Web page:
Trump’s victory another example of how Electoral College wins are bigger than popular vote ones
For the fifth time in U.S. history, and the second time this century, a presidential candidate has won the White House while (apparently) losing the popular vote.
Donald Trump won at least 279 electoral votes (306 if you include Arizona and Michigan, where he was leading as of Wednesday afternoon) to Hillary Clinton’s 228 (232 including New Hampshire, where she was ahead by a hair). But the popular vote is a near-tie, according to our tally of unofficial and, in some cases, partial returns. As of Wednesday afternoon, Clinton was slightly ahead of Trump, 59.6 million votes (47.66%) to 59.4 million (47.5%).
This mismatch between the electoral and popular votes came about because Trump won several large states (such as Florida, Pennsylvania and Wisconsin) by very narrow margins, gaining all their electoral votes in the process, even as Clinton claimed other large states (such as California, Illinois and New York) by much wider margins.
In fact, the very nature of the way the U.S. picks its presidents tends to create a disconnect between the outcome in the Electoral College and the popular vote. The last time a popular-vote loser won the presidency in the Electoral College was, of course, in 2000, when George W. Bush edged out Al Gore 271-266 despite Gore winning some 537,000 more popular votes nationwide. The other electoral-popular vote mismatches came in 1876 and 1888; in all four instances the Democratic nominee ended up the loser. (In the 1824 election, which was contested between rival factions of the same party, Andrew Jackson won a plurality of the popular and electoral vote, but because he was short of an Electoral College majority the election was thrown to the House of Representatives, which chose runner-up John Quincy Adams.)
Even in the vast majority of U.S. elections, in which the same candidate won both the popular and the electoral vote, the system usually makes the winner’s victory margin in the former a lot wider than in the latter. In 2012, for example, Barack Obama won 51% of the nationwide popular vote but nearly 62% of the electoral votes, or 332 out of 538. Looking back at all presidential elections since 1828 (when presidential campaigns began to resemble those of today), the winner’s electoral vote share has, on average, been 1.36 times his popular vote share – what we’ll call the electoral vote (EV) inflation factor.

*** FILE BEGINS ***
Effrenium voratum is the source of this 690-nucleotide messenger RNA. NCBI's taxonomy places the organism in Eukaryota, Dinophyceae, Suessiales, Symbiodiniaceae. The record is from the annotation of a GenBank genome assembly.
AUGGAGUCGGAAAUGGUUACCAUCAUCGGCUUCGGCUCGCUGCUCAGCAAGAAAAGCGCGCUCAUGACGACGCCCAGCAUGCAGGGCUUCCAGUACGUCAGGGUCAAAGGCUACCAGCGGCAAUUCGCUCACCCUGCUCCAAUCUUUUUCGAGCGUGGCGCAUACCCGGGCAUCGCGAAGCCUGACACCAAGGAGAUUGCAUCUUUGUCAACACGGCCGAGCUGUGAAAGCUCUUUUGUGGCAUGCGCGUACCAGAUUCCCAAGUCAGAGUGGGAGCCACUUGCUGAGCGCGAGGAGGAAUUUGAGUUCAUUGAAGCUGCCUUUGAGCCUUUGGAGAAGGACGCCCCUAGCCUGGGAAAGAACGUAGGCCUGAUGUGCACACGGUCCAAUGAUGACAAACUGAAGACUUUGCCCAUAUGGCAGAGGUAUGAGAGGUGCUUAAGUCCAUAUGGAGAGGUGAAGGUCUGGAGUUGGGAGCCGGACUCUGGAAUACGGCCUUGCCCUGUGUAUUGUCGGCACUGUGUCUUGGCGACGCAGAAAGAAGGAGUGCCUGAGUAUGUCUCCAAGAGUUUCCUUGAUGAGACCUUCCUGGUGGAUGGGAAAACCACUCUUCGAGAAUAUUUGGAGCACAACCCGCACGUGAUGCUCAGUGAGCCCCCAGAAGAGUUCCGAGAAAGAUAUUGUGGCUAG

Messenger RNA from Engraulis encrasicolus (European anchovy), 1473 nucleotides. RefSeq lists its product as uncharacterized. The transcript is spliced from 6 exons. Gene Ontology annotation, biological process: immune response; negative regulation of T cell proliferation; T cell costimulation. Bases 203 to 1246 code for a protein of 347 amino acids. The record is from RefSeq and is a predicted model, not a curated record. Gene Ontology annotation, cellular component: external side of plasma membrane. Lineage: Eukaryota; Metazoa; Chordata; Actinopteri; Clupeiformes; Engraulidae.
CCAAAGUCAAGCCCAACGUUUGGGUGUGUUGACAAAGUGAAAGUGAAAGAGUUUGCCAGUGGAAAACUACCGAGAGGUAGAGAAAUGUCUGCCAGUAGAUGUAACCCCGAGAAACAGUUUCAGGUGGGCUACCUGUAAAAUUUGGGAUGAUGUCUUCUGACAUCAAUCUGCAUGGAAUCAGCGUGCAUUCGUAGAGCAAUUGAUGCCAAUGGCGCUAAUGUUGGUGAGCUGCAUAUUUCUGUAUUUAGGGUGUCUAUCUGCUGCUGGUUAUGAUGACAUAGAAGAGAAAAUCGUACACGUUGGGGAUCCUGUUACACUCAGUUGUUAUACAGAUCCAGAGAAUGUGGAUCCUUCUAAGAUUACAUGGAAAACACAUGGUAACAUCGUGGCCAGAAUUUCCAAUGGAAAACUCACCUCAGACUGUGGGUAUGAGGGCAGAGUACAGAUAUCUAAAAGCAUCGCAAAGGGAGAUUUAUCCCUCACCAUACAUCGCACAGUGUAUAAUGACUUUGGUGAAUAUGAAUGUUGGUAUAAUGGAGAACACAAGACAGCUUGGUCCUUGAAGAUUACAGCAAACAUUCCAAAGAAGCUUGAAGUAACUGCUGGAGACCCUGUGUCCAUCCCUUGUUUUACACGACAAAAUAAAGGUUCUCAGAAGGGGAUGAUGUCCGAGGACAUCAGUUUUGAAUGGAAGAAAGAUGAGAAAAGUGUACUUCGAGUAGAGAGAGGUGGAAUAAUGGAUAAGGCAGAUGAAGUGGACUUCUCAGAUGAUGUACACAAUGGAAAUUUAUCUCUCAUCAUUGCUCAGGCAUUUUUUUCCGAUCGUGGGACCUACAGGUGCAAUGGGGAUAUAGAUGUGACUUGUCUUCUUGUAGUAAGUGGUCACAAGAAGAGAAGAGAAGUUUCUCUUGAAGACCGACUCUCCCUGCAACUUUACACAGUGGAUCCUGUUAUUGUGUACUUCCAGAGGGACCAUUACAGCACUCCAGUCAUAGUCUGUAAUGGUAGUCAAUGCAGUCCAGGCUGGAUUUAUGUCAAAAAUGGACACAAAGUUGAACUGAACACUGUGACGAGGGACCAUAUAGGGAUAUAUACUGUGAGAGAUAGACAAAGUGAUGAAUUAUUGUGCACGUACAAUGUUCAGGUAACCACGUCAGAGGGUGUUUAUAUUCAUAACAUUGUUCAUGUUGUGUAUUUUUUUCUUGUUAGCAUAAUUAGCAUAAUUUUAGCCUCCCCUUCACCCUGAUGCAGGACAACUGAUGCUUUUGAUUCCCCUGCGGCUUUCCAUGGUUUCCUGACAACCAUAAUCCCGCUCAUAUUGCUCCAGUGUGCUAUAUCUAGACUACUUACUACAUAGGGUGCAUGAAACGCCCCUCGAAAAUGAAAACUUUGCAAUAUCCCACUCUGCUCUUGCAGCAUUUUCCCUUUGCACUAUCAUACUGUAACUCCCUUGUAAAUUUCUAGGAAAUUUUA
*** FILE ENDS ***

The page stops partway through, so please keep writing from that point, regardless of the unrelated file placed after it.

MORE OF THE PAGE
Assuming the popular-vote split stays about where it is now and that Trump eventually wins Arizona and Michigan and Clinton ultimately takes New Hampshire, Trump’s EV inflation factor would be 1.20 – about what Obama’s was in 2012 (1.21).
A quick Electoral College refresher: The 538 electors allocated (mainly by population) among the 50 states and the District of Columbia actually choose the president and vice president, with a majority of electoral votes (i.e., 270) needed for an outright win. All but two states use a plurality winner-take-all system to pick their presidential electors – whoever receives the most votes in a state wins all of its electoral votes, even if he or she got less than a majority of the popular vote. (Maine and Nebraska award some of their electoral votes by congressional district rather than statewide, though that didn’t come into play this time around.)
The biggest disparity between the winning electoral and popular votes, with an EV inflation factor of 1.96, came in 1912 in the four-way slugfest between Democrat Woodrow Wilson, Republican incumbent William Howard Taft, Progressive Theodore Roosevelt (who had bolted from the Republicans) and Socialist Eugene V. Debs. Wilson won a whopping 82% of the electoral votes – 435 out of 531 – with less than 42% of the overall popular vote. (In fact, Wilson won popular vote majorities in only 11 of the 40 states he carried – all in what was then the solidly Democratic South.)
The next biggest gap was the 1980 “Reagan landslide.” In that three-way contest, Ronald Reagan took just under 51% of the popular vote, to Jimmy Carter’s 41% and independent John Anderson’s 6.6%. But Reagan soared past Carter in the Electoral College: 489 electoral votes (91% of the total) to 49, for an EV inflation factor of 1.79.
Many of the elections with the most-inflated electoral votes featured prominent third-party candidates, who served to hold down the winners’ popular vote share without being significant Electoral College players themselves. On the other hand, when the two major-party nominees ran fairly evenly and there were no notable independents or third parties, the Electoral College vote has tended to be much closer to the popular tally. In 2004, for instance, incumbent Bush won a second term with just under 51% of the popular vote and 53% of the electoral votes (286 out of 538).
Note: This is an update of a post originally published Nov. 3, 2016.
Drew DeSilver is a senior writer at Pew Research Center.